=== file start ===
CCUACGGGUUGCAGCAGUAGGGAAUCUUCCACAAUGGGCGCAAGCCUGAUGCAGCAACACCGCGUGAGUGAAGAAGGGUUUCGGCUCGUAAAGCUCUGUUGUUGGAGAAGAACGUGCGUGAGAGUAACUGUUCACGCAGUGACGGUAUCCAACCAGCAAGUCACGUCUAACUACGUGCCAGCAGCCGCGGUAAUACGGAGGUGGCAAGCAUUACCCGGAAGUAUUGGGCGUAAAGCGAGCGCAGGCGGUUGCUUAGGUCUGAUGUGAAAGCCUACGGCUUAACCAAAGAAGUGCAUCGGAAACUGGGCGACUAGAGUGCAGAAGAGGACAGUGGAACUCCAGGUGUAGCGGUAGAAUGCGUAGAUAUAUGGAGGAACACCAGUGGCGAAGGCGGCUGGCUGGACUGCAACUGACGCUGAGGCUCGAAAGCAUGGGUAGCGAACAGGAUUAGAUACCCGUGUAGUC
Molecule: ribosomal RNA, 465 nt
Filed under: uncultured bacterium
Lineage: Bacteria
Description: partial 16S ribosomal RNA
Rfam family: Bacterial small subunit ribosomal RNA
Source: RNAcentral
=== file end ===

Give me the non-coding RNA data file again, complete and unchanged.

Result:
CCUACGGGUUGCAGCAGUAGGGAAUCUUCCACAAUGGGCGCAAGCCUGAUGCAGCAACACCGCGUGAGUGAAGAAGGGUUUCGGCUCGUAAAGCUCUGUUGUUGGAGAAGAACGUGCGUGAGAGUAACUGUUCACGCAGUGACGGUAUCCAACCAGCAAGUCACGUCUAACUACGUGCCAGCAGCCGCGGUAAUACGGAGGUGGCAAGCAUUACCCGGAAGUAUUGGGCGUAAAGCGAGCGCAGGCGGUUGCUUAGGUCUGAUGUGAAAGCCUACGGCUUAACCAAAGAAGUGCAUCGGAAACUGGGCGACUAGAGUGCAGAAGAGGACAGUGGAACUCCAGGUGUAGCGGUAGAAUGCGUAGAUAUAUGGAGGAACACCAGUGGCGAAGGCGGCUGGCUGGACUGCAACUGACGCUGAGGCUCGAAAGCAUGGGUAGCGAACAGGAUUAGAUACCCGUGUAGUC
Molecule: ribosomal RNA, 465 nt
Filed under: uncultured bacterium
Lineage: Bacteria
Description: partial 16S ribosomal RNA
Rfam family: Bacterial small subunit ribosomal RNA
Source: RNAcentral